## Traces and Determinants

Last update: 13 August 2013

## Determinants

Let $a$ be an $n×n$ matrix with entries ${a}_{ij}$.

• The trace of $a$ is  $\mathrm{tr}\left(a\right)=\sum _{i=1}^{n}{a}_{ii}$.
• The determinant of $a$ is  $\mathrm{det}\left(a\right)=\sum _{w\in {S}_{n}}\mathrm{det}\left(w\right){a}_{1w\left(1\right)}{a}_{2w\left(2\right)}\cdots {a}_{nw\left(n\right)}$

Let $𝔽$ be a field and let $n\in {ℤ}_{>0}$.
(a)   Up to constant multiples, $\mathrm{tr}:{M}_{n}\left(𝔽\right)\to 𝔽$ is the unique function such that
(a1)   If $c\in 𝔽$ and $a,b\in {M}_{n}\left(𝔽\right)$ then
 $\mathrm{tr}\left(a+b\right)=\mathrm{tr}\left(a\right)+\mathrm{tr}\left(b\right)\phantom{\rule{2em}{0ex}}\text{and}\phantom{\rule{2em}{0ex}}\mathrm{tr}\left(ca\right)=c\mathrm{tr}\left(a\right).$
(a2)   If $a,b\in {M}_{n}\left(𝔽\right)then$
 $\mathrm{tr}\left(ab\right)=\mathrm{tr}\left(ba\right)$.
(b)   Identify ${M}_{n}\left(𝔽\right)$ with the $𝔽$-module $\underset{\underset{n\phantom{\rule{0.5em}{0ex}}\text{times}}{⏟}}{{𝔽}^{n}×\cdots ×{𝔽}^{n}}$,
 $\begin{array}{ccc}{M}_{n}\left(𝔽\right)& \stackrel{\sim }{⟶}& \underset{\underset{n\phantom{\rule{0.5em}{0ex}}\text{times}}{⏟}}{{𝔽}^{n}×\cdots ×{𝔽}^{n}}\\ a& ⟼& \left({a}_{1}|{a}_{2}|\cdots |{a}_{n}\right)\end{array}$,      where ${a}_{i}$ are the columns of $a$.
The function $\mathrm{det}:{M}_{n}\left(𝔽\right)\to 𝔽$ is the unique function such that
(b1)   (columnwise linear) If $i\in \left\{1,2,\dots ,n\right\}$ and $c\in 𝔽$ then
 $\mathrm{det}\left({a}_{1}|\cdots |{a}_{i}+{b}_{i}|\cdots |{a}_{n}\right)=\mathrm{det}\left({a}_{1}|\cdots |{a}_{i}|\cdots |{a}_{n}\right)+\mathrm{det}\left({a}_{1}|\cdots |{b}_{i}|\cdots |{a}_{n}\right)$
and
 $\mathrm{det}\left({a}_{1}|\cdots |c{a}_{i}|\cdots |{a}_{n}\right)=c\mathrm{det}\left({a}_{1}|\cdots |{a}_{i}|\cdots |{a}_{n}\right)$,
(b2) If $i\in \left\{1,2,\dots ,n-1\right\}$ then
 $\mathrm{det}\left({a}_{1}|\cdots |{a}_{i}|{a}_{i+1}|\cdots |{a}_{n}\right)=-\mathrm{det}\left({a}_{1}|\cdots |{a}_{i+1}|{a}_{i}|\cdots |{a}_{n}\right)$,
(b3)   if $a,b\in {M}_{n}\left(𝔽\right)then$
 $\mathrm{det}\left(ab\right)=\mathrm{det}\left(a\right)\mathrm{det}\left(b\right)$.

(Laplace expansion) $det ( a11a12⋯a1n a21a22⋯a2n ⋮⋮⋱⋮ an1an2⋯ann ) =∑ipi det ( ai1j1 ⋯ ai1jp ⋮⋱⋮ aipj1 ⋯ aipjp ) ( aip+1jp+1 ⋯ aip+1jn ⋮⋱⋮ ainjp+1 ⋯ ainjn )$ where ${j}_{1},\dots ,{j}_{n}$ is a fixed permutation of $1,2,\dots ,n$ and the sum is over all possible divisions of $1,2,\dots ,n$ into two sets $i1<⋯ and ${p}_{i}=+1$ or $-1$ according as ${i}_{1},..,{i}_{n}$ and ${j}_{1},\dots ,{j}_{n}$ are like or unlike derangements of $1,2,\dots ,m\text{.}$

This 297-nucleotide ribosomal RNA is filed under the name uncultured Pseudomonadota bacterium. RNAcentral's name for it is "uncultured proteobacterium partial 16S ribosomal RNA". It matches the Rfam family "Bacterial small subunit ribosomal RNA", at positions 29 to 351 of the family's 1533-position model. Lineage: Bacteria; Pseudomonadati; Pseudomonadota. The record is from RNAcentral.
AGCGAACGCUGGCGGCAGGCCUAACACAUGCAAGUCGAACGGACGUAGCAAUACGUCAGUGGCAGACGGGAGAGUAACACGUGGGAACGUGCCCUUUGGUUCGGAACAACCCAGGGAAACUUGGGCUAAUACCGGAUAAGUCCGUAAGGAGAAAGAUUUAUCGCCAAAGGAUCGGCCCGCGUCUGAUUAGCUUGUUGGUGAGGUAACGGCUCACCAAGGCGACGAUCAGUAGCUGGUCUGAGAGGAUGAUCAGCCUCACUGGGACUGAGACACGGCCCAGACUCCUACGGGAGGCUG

If $A$ and $B$ are $n×n$ matrices then $det(AB)= det(A)det(B).$

Proof.

 To show: $\text{det}\left(AB\right)=\text{det}\left(A\right)\text{det}\left(B\right)$ $det(AB) = ∑w∈Sn det(w) (AB)1,w(1) ⋯ (AB)n,w(n) = ∑w∈Sndet(w) ∑k1,…,kn A1,k1 Bk1,w(1) ⋯ An,kn Bkn,w(n) = ∑k1,…,kn A1,k1 ⋯ An,kn ∑w∈Sndet(w) Bk1,w(1) ⋯ Bkn,w(n) = ∑k=(k1,…,kn)∈Sn det(k) A1,k1 ⋯ An,kn ∑w∈Sn det(k-1) det(w) Bk1,w(1) ⋯ Bkn,w(n) = ∑k=(k1,…,kn)∈Sn det(k) A1,k1 ⋯ An,kn ∑w∈Sn det(wk-1) Bk1,wk-1(k1) ⋯ Bkn,wk-1(kn) = ∑k∈Sn det(k) A1,k1 ⋯ An,kn ∑wk-1∈Sn det(wk-1) B1,wk-1(1) ⋯ Bn,wk-1(n) = det(A) det(B)$

$\square$

 a) Let $B$ be the matrix obtained by switching two rows of $A\text{.}$ Then $det(B)=-det(A).$ b) Let $B$ be the matrix obtained by adding a multiple of a row of $A$ to another row of $A\text{.}$ Then $det(B)=det(A).$ c) Let $B$ be the matrix obtained by multiplying a row of $A$ by a constant $c\in R\text{.}$ Then $det(B)=cdet(A).$

HW: Show that if two rows of $A$ are the same then $\mathrm{det}\left(A\right)=0$.

### Inverses and Cramer's rule"

• The ${\left(i,j\right)}^{\text{th}}$ signed minor or cofactor, ${A}_{ij},$ of $A$ is $\text{det}\left(\stackrel{ˆ}{A}\right)$ where $\stackrel{ˆ}{A}$ is the matrix $A$ with the ${i}^{\text{th}}$ row and the ${j}^{\text{th}}$ column removed.

$∑i=1n aikAhi =δhkdet A.$

If $\text{det}\left(a\right)$ is a unit in $R$ then ${a}^{-1}=\text{det}{\left(a\right)}^{-1}\left({A}_{ij}\right)$. SHOULD THERE BE A TRANSPOSE HERE?

Cramerâ€™s rule for $AX=B\text{.}$

Put Thms VII-X of Hodge and Padoe as exercises.

### $\lambda \text{-matrices}$

If $A$ is a $p×q \lambda \text{-matrix}$ of rank $r$ and ${E}_{1}\left(\lambda \right),\dots ,{E}_{r}\left(\lambda \right)$ are its invariant factors then there exist $M\in {GL}_{p}\left(K\left[\lambda \right]\right)$ and $N\in {GL}_{q}\left(K\left[\lambda \right]\right)$ such that $MAN= ( E1(λ) E2(λ)0 ⋱ Er(λ) 00 ⋱ 0 ) .$

Two $p×q \lambda \text{-matrices}$ $A$ and $B$ are equivalent if and only if they have the same invariant factors and if and only if they have the same elementary divisors.

Note that these proofs work for any Euclidean domain.

• The characteristic polynomial of $A$ is the polynomial $det(A-tIn).$

Cayley-Hamilton Theorem.

Note that the proof of Theorem II §10 Hodge and Padoe!
Theorem III (Hodge and Padoe) gives minimal polynomial.